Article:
(As an aside: differences in technique used to produce these true color images are likely larger than the differences between S-NPP VIIRS and NOAA-20 VIIRS, so don’t read too much into the fact that the dust-on-snow appears more clearly in the @NOAASatellites image than in my own.)
But, dust-on-snow is not limited to areas within a few thousand kilometers of the Sahara Desert. (It is limited to areas within 40,000 km of the Sahara [in the horizontal dimension, at least], since that is roughly the circumference of the Earth – and assuming you ignore dust storms on Mars.) Dust on snow can happen anywhere you have snow within striking distance of a source of dust. Another example was captured by a new Landsat-like micro-satellite, Venµs, and its non-microsat predecessor, Sentinel-2B, Landsat’s European cousin. A more dramatic example happened last week right here in Colorado. Here is a VIIRS true color image of Colorado from S-NPP VIIRS, taken on 14 April 2018:
Here are similar images from NOAA-20 and S-NPP from 18 April 2018:
The trick is to compare these two images with the image from 14 April. The other trick is to know where you’re supposed to be looking. (Hint: we’re looking at the Sangre de Cristo mountains in southern Colorado.) Here’s a “before” and “after” image overlay trick I’ve used before. (You may have to refresh the page before it will work.) Both of these images are the S-NPP VIIRS ones, for simplicity:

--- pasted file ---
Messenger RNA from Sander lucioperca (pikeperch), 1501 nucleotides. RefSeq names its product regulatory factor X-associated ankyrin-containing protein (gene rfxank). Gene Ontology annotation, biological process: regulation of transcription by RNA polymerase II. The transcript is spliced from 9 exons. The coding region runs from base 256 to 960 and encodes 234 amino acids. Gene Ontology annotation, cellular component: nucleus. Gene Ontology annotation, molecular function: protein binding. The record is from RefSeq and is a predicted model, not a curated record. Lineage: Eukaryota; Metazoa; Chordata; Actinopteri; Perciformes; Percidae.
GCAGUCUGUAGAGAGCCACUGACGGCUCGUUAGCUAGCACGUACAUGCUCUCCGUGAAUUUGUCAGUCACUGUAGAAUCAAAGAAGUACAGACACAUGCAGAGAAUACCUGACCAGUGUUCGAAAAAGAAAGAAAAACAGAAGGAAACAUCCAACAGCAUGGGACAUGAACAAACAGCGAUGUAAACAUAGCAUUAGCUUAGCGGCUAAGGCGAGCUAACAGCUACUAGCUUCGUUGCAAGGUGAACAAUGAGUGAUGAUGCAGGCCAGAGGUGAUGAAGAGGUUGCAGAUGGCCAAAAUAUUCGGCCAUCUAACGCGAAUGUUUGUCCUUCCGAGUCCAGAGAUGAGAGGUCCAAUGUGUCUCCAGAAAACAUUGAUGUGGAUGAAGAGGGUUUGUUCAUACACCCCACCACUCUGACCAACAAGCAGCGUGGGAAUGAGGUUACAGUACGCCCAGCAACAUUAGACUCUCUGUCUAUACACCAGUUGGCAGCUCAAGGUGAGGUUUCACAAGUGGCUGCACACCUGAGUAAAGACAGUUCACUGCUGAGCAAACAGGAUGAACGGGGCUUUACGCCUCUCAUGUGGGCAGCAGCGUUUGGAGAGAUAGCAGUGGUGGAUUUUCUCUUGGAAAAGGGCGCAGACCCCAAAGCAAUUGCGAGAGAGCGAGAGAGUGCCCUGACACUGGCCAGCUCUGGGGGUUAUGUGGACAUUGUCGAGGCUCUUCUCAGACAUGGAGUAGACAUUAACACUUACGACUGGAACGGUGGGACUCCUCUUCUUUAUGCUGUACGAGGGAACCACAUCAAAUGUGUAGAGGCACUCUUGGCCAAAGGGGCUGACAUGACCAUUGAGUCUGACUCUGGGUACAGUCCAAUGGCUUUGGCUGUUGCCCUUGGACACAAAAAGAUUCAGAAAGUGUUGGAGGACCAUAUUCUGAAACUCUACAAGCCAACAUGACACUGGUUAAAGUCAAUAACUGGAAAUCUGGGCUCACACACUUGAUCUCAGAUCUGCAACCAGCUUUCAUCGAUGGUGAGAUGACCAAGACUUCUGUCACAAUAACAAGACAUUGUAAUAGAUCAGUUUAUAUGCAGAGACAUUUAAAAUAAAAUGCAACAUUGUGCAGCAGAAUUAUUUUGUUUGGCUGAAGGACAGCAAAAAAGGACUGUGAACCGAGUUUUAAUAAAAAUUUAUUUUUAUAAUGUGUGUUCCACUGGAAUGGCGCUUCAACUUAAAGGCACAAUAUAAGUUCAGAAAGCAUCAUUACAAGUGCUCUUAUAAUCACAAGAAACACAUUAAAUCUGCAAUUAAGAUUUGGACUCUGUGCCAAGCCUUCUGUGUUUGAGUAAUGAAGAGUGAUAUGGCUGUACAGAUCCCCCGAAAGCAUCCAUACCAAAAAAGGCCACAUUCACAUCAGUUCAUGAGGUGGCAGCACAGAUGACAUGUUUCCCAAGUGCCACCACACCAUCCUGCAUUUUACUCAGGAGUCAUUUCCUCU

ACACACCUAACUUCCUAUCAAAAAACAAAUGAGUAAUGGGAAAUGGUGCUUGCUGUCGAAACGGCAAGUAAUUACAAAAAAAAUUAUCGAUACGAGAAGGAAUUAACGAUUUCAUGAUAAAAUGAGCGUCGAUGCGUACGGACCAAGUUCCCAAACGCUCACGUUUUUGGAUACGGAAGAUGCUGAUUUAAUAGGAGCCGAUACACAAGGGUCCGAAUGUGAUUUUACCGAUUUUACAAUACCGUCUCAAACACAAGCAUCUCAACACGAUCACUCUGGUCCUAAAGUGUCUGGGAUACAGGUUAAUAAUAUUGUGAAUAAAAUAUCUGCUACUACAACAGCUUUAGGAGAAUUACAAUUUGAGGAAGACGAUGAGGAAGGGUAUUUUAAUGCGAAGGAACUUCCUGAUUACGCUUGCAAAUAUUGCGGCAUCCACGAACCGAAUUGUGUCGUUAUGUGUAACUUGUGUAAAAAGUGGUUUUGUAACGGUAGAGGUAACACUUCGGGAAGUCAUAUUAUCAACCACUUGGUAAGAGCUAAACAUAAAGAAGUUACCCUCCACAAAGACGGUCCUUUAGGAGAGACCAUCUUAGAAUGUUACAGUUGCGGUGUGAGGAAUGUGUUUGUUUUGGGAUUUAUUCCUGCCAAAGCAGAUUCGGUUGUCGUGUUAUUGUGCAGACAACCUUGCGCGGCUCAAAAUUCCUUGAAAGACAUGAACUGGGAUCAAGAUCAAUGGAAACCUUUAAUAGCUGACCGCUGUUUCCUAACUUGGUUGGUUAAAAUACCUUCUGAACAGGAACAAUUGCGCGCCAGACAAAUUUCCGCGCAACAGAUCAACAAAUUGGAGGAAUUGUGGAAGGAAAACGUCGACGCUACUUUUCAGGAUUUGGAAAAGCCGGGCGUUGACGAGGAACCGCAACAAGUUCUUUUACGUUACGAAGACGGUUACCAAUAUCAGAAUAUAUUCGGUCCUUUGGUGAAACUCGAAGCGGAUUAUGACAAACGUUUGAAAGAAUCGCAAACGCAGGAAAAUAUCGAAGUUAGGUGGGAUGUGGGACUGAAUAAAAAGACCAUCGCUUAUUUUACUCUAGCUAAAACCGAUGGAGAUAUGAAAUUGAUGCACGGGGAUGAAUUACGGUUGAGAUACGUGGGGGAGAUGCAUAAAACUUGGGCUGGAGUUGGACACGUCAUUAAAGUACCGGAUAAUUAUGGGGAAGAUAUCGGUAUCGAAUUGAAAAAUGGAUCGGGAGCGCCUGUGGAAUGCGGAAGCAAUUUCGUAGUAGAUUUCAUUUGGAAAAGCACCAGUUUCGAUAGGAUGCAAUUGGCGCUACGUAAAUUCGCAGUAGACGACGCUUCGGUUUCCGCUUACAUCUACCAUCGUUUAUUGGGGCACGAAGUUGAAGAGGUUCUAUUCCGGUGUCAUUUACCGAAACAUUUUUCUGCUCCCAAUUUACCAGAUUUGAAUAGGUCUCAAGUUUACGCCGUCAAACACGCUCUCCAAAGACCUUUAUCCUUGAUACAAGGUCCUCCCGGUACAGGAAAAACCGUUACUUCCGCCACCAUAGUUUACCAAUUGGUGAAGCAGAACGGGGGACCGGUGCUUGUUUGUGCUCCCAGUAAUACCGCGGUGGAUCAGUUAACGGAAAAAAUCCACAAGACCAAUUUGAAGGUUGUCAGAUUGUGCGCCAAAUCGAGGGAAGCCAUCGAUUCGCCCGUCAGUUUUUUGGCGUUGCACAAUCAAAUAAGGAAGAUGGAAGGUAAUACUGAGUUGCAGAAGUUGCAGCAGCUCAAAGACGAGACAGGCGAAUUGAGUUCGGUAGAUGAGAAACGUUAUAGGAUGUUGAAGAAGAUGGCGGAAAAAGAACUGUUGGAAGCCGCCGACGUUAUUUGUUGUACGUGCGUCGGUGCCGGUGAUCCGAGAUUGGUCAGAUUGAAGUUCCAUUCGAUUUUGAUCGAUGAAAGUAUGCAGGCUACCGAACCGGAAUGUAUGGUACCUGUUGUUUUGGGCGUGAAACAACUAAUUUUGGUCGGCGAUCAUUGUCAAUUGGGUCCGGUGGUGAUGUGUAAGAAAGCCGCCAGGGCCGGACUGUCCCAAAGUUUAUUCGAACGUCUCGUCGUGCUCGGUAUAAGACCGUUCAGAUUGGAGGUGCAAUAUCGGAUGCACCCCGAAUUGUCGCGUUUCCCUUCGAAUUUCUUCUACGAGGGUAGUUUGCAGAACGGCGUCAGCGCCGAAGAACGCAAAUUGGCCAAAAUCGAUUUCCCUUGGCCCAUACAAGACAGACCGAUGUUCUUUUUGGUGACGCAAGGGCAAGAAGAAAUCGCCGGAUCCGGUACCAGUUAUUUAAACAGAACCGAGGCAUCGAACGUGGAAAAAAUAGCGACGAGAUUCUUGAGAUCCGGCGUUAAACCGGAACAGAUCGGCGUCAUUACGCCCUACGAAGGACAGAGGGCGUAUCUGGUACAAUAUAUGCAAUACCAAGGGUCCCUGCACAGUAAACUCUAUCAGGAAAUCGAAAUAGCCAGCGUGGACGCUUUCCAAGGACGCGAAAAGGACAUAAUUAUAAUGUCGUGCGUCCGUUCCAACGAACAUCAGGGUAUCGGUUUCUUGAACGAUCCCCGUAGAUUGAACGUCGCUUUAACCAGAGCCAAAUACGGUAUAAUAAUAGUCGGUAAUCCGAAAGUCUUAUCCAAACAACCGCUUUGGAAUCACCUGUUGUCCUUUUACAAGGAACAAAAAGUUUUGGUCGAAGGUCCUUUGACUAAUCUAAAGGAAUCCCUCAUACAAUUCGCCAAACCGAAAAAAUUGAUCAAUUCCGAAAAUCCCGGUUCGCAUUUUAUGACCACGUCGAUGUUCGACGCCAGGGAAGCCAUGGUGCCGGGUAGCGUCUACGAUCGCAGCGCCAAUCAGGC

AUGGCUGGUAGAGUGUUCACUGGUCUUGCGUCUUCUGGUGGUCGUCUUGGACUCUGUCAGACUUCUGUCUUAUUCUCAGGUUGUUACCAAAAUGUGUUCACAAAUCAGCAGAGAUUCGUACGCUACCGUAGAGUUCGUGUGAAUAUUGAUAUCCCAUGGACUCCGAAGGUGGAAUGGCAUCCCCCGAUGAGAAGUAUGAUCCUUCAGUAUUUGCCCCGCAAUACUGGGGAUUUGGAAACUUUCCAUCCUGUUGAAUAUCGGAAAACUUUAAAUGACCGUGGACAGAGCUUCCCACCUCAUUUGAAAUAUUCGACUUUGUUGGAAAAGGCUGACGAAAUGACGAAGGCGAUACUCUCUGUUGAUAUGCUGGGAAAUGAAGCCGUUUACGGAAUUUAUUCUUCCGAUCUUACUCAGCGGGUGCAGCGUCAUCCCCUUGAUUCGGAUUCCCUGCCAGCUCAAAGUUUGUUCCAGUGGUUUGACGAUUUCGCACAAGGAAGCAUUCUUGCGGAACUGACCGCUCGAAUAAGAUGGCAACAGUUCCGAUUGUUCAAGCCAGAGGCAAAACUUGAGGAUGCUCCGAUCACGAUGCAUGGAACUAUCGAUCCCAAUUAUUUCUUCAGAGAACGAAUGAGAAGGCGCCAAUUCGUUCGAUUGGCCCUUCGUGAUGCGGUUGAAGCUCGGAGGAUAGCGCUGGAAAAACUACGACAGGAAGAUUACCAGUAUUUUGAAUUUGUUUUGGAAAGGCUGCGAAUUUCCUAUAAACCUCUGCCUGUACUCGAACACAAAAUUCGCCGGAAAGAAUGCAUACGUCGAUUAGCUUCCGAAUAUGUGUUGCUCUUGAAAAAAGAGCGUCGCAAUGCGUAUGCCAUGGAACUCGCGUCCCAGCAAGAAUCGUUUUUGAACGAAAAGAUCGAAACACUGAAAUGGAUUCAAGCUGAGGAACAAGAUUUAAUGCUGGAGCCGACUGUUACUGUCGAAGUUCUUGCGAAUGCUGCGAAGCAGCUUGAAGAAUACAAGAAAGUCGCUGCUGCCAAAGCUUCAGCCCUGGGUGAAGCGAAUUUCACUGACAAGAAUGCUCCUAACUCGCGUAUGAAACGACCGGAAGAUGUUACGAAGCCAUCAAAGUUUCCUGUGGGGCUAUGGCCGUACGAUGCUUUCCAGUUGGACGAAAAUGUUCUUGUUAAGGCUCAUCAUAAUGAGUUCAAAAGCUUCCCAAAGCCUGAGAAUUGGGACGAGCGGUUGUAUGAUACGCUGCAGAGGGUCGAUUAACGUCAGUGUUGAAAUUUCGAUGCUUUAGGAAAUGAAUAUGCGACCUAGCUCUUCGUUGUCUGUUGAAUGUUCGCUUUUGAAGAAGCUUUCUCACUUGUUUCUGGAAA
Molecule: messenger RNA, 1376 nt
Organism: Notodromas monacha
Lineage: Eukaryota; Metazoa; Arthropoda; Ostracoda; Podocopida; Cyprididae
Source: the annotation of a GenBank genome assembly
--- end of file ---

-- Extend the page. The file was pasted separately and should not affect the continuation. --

If you slide the bar left to right, you should notice the snow is more brown in the mountains just right of center in the 18 April image. There are other areas where the snow melted between the two images, plus a couple of small clouds that add to the differences. Of course, this is only 750 m resolution. We get a better view with the 375m-resolution visible channel, I-1:
We lose the color information, of course, since we are looking at a single channel, but it is obvious the snow became less reflective in the 18 April image. And, we can prove that this was a result of dust. Here are the visible, true color, Dust RGB, “Blue Light Dust” and DEBRA Dust images from S-NPP on 17 April 2018, courtesy Steve M.:
If you are unfamiliar with them, we’ve looked at the Dust RGB, Blue Light Dust and DEBRA before, here and here. As seen in the above images, this was not a difficult to detect dust case. Even Landsat-8 captured this event, which is surprising given the narrow swath and 16-day orbit repeat cycle. (Sure, it’s higher resolution than VIIRS, but will it be overhead when you need it?)